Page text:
The Storm Themes

The three main themes in The Storm are liberation, physical satisfaction, and traditional roles.

  • Liberation: Calixta and Alcée's affair is liberating for them both, allowing them to escape the confining traditional roles they play in their marriages.
  • Physical satisfaction: Calixta and Alcée find physical satisfaction with each other that they do not find in their marriages.
  • Traditional roles: The traditional roles of husband and wife are confining for both Calixta and Alcée.


Download PDF PDF Page Citation Cite Share Link Share

Last Updated on September 6, 2023, by eNotes Editorial. Word Count: 565

Passion and Desire

The storm that rages outside reads as a symbol of the storm that breaks inside when Alcée and Calixta finally act on the sexual passion they have, evidently, felt for quite a long time. Just as the lightning strikes the chinaberry tree in the yard, Calixta’s passion is compared to a “white flame” that penetrates Alcée’s nature. As the rain pours down outside, Calixta’s mouth is compared to a “fountain of delight.” The former lovers’ passion is compared to elements of the storm over and over again; the text associates it with something powerful and unstoppable, something that Calixta and Alcée could not have ignored any more than they could have ignored the storm outside.

Frightened by the lightning that strikes a tree in her yard, Calixta grows more and more agitated in Alcée’s presence, and Alcée grows more and more aware of his desire for Calixta.

The contact of her warm, palpitating body when he had unthinkingly drawn her into his arms, had aroused all the old-time infatuation and desire for her flesh.

Alcée is “disturbed” by the sight of her neck and the tops of her breasts, and he seems helpless to do anything other than to pull her toward him and kiss her. His voice breaks from the passion he feels when he tries to speak to her. Just as the storm must find release, so must their passion. This was a controversial idea in the late nineteenth century, when Chopin wrote the story; Victorian morality dictated that people—especially women—show restraint and propriety with regard to sexuality. The conventions of Victorian society, as well as the highly charged relationship between Calixta and Alcée, are evident in the fact that Calixta has not seen Alcée “very often since her marriage, and never alone.” To be alone with Alcée would have been considered improper, and indeed, the meeting between the two quickly becomes a passionate rendezvous.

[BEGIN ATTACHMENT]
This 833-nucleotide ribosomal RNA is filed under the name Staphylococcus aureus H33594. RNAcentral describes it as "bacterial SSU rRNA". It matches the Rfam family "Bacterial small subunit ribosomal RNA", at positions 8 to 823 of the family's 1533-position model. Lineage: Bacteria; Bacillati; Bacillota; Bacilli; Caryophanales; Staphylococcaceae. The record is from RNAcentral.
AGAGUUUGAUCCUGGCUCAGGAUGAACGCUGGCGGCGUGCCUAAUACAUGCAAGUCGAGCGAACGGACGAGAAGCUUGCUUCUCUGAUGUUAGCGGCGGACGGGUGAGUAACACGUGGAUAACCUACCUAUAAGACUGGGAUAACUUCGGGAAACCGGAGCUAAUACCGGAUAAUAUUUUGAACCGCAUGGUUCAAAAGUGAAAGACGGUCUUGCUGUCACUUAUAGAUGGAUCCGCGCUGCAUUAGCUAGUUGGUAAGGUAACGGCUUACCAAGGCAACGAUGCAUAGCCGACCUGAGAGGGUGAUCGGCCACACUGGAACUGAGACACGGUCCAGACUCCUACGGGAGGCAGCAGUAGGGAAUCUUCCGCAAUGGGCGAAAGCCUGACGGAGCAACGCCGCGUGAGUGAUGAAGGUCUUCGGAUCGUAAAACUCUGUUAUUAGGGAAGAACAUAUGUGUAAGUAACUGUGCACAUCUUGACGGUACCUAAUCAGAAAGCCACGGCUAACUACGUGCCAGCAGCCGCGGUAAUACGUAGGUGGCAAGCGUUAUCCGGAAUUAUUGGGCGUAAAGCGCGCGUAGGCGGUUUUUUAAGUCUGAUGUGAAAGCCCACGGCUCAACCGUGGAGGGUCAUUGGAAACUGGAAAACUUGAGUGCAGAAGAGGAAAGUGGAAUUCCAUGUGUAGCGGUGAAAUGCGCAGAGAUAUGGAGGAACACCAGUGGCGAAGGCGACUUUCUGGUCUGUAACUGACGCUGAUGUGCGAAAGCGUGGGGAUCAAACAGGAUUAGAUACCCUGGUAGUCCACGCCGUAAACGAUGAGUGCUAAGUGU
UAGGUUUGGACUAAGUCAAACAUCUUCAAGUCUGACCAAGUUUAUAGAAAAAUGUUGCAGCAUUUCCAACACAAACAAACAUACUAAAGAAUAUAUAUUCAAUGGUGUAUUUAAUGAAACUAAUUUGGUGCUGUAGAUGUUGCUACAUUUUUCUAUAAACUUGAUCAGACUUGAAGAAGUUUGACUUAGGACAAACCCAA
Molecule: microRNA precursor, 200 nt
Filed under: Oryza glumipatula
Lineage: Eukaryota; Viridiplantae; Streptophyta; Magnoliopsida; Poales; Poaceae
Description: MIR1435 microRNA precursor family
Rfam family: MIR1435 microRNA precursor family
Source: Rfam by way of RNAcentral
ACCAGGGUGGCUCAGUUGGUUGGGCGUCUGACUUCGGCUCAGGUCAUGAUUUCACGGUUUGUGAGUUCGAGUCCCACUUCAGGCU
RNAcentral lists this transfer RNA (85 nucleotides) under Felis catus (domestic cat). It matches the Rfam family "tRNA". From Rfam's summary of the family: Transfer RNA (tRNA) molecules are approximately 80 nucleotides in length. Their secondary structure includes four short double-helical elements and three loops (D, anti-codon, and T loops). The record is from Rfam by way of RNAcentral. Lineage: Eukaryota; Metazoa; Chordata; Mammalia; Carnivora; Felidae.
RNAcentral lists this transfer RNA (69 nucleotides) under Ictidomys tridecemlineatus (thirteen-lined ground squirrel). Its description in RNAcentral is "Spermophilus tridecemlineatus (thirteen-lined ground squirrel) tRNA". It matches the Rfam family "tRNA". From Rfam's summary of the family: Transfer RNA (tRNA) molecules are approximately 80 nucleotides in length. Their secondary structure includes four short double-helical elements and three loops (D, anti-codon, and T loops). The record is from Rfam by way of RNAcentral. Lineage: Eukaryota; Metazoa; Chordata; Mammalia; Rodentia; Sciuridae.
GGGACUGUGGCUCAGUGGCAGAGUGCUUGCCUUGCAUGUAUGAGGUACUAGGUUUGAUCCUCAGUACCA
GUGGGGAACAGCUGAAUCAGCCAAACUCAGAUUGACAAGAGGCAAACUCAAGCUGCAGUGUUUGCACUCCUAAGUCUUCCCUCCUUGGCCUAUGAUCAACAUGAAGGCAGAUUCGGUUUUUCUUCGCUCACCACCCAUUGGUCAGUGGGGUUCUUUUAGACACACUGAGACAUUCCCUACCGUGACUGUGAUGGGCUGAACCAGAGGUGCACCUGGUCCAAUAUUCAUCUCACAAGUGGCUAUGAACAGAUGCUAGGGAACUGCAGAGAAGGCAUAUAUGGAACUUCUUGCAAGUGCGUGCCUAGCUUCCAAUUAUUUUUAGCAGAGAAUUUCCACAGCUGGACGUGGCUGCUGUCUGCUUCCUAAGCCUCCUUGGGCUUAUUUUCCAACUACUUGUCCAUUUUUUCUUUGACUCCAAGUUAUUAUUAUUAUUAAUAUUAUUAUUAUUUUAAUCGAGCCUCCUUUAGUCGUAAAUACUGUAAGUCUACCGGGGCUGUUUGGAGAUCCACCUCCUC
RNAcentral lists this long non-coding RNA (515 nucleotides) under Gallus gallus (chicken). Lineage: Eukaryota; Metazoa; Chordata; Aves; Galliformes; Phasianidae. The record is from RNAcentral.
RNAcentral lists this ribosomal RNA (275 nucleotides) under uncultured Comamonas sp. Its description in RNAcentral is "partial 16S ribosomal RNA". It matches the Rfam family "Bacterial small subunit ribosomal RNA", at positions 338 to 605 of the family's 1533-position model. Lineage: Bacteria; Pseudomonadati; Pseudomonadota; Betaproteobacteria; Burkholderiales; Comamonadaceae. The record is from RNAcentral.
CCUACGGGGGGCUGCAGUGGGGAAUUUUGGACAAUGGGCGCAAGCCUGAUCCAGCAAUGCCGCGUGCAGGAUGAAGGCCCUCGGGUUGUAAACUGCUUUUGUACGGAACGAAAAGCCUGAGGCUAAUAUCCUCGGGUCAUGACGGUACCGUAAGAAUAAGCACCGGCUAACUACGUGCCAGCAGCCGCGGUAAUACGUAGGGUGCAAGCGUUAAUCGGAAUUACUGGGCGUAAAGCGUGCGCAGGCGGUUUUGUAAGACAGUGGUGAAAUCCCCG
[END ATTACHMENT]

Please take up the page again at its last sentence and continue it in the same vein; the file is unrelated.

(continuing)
Love and Marriage

Compared to the passion Calixta experiences with Alcée, the can of shrimp her husband, Bobinôt, thoughtfully purchases for her at the store seems rather mundane and trivial. However, this is evidently how love is expressed in their household, just as Calixta expresses her love with clean laundry and fussing over her family once they make it home. Clarisse, Alcée’s wife, is happy to receive the letter in which he suggests that she remain away from home for a while longer. Her trip has led to the “first free breath since her marriage,” and she does not look forward to sharing “their intimate conjugal life” again.

Through her characters’ experiences, Chopin implies—quite radically for her era, or even our own—that a relationship can be refreshed and strengthened by exploring one’s desires outside of marriage. For Calixta and Alcée, that means expressing their long-buried passion for one another, while for Clarisse, it means spending time away from her husband and the demands of married life, including sex. Each character seems to love their spouse and want them to be happy; they do not act out of malice or spite, but out of desire and affection. Yet it is only after a temporary separation and a taste of freedom, the text suggests, that two people can truly enjoy being together once more.

See eNotes Ad-Free

Start your 48-hour free trial to get access to more than 30,000 additional guides and more than 350,000 Homework Help questions answered by our experts.

Get 48 Hours Free Access